Tuesday, January 31, 2012


A team of their own

Debra Jensen De Hart | Posted: Saturday, January 7, 2012 10:00 am
Once upon a time, before women were more welcomed into professional sports, and way before Title 9 changed things for female athletes, there were a few barnstorming professional female teams known around the globe.
One of those was the Texas Cowgirls basketball team whose recruits played between 1949-1977.
The team was organized by the legendary Dempsey Hovland of Beloit/Rockton area, who recruited for the team from the Midwest.
Among them was a player who would become a local resident named Evelyn R. "Casey" Patch. Evelyn died on Jan. 2 at the age of 78. Her obituary ran in the Beloit Daily News this past week and in the write-up it stated that Evelyn had played guard and center for the Cowgirls during the years of 1956-1959.
In those days, before she married, her name was Evelyn Cummins. A picture found online and published in the Ogden Standard-Examiner of Ogden, Utah, dated Jan. 27, 1959, shows a picture of Evelyn and teammate Barbara Legette in action. Evelyn is driving the ball in, apparently in hopes of making a lay-up at the San Francisco Cow Palace as the women played against San Francisco prep coaches and sports writers.
In 1996, Beloit freelance writer Pat Casucci wrote a piece on the Cowgirls for the BDN publication Legends of Sports.
In it, she interviews several women who later married and moved to the Stateline Area. One of those players was Evelyn.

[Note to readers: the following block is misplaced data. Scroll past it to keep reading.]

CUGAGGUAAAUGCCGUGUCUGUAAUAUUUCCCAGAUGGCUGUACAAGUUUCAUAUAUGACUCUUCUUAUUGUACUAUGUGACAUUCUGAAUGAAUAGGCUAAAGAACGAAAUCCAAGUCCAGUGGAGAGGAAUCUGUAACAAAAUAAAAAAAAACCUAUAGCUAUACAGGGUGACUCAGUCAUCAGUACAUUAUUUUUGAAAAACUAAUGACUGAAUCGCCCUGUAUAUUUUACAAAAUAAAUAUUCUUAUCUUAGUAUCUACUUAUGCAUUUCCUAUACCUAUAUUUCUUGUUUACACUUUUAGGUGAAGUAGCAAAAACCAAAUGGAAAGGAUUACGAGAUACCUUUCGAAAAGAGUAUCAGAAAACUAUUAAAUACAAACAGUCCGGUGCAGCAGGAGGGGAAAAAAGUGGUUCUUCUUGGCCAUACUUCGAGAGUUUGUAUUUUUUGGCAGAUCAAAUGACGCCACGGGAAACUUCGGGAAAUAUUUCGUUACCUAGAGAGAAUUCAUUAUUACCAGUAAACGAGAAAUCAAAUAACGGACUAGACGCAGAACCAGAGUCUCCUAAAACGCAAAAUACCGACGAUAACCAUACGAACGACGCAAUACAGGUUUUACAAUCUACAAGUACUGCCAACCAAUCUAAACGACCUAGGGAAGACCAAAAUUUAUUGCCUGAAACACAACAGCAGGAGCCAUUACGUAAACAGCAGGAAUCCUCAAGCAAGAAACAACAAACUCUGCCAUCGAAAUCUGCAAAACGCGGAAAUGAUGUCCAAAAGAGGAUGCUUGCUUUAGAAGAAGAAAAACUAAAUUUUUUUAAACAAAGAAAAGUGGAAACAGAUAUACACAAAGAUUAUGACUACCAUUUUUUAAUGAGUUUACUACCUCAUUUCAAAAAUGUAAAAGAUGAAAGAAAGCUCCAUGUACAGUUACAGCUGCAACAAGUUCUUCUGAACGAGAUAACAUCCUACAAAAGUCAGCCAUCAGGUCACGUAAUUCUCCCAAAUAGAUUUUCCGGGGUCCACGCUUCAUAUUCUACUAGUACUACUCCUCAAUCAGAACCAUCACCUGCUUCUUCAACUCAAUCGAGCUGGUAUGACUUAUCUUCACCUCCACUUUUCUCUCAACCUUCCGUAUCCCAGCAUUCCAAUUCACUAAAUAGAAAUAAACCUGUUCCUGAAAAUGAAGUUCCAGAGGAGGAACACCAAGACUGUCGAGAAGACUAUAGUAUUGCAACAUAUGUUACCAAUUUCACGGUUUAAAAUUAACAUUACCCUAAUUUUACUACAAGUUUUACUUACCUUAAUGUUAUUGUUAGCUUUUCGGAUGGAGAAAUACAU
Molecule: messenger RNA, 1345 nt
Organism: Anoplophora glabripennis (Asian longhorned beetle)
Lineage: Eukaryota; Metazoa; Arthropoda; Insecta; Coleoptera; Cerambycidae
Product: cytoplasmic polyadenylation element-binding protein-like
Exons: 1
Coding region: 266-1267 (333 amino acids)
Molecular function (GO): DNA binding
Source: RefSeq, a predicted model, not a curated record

"I've never regretted my decision to play basketball, even though my parents were a little reluctant to see me, their ‘baby' leave home. I'd do the same thing again if I had the opportunity. In fact, I think it was meant to be," Evelyn said at the time.
She was 21 and had been employed by the Pure Oil Company in Casey, Ill. back then.
"Sports was part of my life and I loved playing basketball in high school Girl's Athletic Association games," she said in the interview.
In 1958 and 1959, the Cowgirls toured with the world famous Globetrotters. The girls would play the first game prior to the main event. The Cowgirls were the first barnstorming team to play men's teams, usually winning 70 percent of the games. They demonstrated showmanship, comedy and family entertainment while perfecting their craft.
The team traveled and played about seven months out of the year and then returned home to work or go to school.
Evelyn was offered a chance and lived out her dream and in so doing helped pave the way for other female athletes to excel and not be afraid to compete.
After the playing season was over in 1959, however, she ended her professional basketball career and married Charles A. Patch. After moving to the area, she continued her love for sports through bowling and golfing. She was a member of the Rockton Pioneer League and a 50-year member of the Beloit Women's Bowling Association. She also was inducted into the 1984 Bowling Hall of Fame.
But the fame of the Texas Cowgirls lives on, a team of women athletes who played across the country and around the world, pioneers in their own right.

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